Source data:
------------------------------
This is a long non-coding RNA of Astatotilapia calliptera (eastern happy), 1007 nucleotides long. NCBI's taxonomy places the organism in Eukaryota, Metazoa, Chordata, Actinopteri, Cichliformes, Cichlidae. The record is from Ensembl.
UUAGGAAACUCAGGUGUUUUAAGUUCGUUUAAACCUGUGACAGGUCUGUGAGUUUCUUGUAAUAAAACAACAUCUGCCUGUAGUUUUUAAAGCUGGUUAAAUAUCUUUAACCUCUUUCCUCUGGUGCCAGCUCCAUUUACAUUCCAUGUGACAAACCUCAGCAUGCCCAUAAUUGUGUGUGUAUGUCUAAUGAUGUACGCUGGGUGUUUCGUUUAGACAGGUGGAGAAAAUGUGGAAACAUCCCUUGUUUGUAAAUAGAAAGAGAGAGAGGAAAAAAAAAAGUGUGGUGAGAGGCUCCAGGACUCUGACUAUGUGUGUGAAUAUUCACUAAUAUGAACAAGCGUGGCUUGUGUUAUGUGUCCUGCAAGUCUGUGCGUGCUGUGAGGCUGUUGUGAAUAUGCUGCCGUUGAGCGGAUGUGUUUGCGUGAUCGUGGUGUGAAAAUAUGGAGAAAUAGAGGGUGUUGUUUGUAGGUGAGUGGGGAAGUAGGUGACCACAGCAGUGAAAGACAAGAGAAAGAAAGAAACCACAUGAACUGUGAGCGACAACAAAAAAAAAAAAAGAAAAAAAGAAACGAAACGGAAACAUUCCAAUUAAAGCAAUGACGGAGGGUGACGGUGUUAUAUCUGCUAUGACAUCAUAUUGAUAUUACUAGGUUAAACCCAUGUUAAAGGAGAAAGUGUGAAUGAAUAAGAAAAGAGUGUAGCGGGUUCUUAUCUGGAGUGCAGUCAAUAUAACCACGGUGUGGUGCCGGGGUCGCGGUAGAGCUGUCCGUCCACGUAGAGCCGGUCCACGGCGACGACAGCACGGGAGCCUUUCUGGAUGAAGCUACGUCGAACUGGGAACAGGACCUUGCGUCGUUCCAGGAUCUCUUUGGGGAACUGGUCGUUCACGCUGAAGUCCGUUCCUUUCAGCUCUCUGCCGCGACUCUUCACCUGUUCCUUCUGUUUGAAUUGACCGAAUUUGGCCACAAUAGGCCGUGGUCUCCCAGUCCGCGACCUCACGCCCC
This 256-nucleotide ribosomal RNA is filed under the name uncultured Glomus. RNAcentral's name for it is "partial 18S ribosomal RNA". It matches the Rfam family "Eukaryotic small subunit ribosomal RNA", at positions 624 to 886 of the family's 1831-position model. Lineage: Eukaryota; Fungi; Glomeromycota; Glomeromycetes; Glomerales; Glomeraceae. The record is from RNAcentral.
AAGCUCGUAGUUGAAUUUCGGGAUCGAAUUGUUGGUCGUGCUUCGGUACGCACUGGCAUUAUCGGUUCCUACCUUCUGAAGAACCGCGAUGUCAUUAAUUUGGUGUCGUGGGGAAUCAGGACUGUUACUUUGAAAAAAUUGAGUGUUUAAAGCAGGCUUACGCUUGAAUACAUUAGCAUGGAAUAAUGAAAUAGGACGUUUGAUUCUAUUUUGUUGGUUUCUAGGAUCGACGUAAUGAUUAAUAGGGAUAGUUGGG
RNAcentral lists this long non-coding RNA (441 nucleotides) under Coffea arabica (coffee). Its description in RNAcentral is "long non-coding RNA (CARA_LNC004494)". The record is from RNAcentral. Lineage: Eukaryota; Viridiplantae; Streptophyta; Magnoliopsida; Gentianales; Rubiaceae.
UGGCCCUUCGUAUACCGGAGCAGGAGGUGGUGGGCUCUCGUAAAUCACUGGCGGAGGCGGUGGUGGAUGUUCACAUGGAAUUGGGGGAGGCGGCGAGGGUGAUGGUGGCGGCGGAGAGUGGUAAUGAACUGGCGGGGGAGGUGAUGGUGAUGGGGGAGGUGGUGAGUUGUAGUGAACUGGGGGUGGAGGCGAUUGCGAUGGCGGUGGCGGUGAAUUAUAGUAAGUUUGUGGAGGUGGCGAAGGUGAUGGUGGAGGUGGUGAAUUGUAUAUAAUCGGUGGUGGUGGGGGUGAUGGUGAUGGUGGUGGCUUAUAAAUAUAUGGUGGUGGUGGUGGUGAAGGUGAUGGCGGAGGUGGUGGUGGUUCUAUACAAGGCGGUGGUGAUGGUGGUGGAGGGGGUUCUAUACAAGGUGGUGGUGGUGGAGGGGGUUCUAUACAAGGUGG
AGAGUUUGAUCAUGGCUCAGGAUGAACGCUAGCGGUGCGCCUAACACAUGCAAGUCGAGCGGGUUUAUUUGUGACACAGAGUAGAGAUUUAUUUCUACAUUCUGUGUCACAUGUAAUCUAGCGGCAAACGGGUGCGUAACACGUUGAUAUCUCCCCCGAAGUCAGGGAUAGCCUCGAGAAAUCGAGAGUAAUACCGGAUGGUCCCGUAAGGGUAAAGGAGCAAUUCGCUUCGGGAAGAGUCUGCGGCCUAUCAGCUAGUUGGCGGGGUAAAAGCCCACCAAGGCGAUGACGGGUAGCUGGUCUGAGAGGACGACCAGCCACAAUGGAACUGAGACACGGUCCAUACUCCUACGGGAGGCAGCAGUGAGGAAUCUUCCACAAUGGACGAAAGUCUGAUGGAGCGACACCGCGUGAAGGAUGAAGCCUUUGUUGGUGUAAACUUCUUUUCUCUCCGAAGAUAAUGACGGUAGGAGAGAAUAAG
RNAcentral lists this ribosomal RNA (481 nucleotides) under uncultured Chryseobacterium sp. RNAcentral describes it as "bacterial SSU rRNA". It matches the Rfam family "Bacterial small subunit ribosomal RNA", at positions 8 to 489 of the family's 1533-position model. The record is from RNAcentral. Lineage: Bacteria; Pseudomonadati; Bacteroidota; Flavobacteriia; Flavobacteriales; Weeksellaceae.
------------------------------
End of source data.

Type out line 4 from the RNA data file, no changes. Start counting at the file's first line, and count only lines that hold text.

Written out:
AAGCUCGUAGUUGAAUUUCGGGAUCGAAUUGUUGGUCGUGCUUCGGUACGCACUGGCAUUAUCGGUUCCUACCUUCUGAAGAACCGCGAUGUCAUUAAUUUGGUGUCGUGGGGAAUCAGGACUGUUACUUUGAAAAAAUUGAGUGUUUAAAGCAGGCUUACGCUUGAAUACAUUAGCAUGGAAUAAUGAAAUAGGACGUUUGAUUCUAUUUUGUUGGUUUCUAGGAUCGACGUAAUGAUUAAUAGGGAUAGUUGGG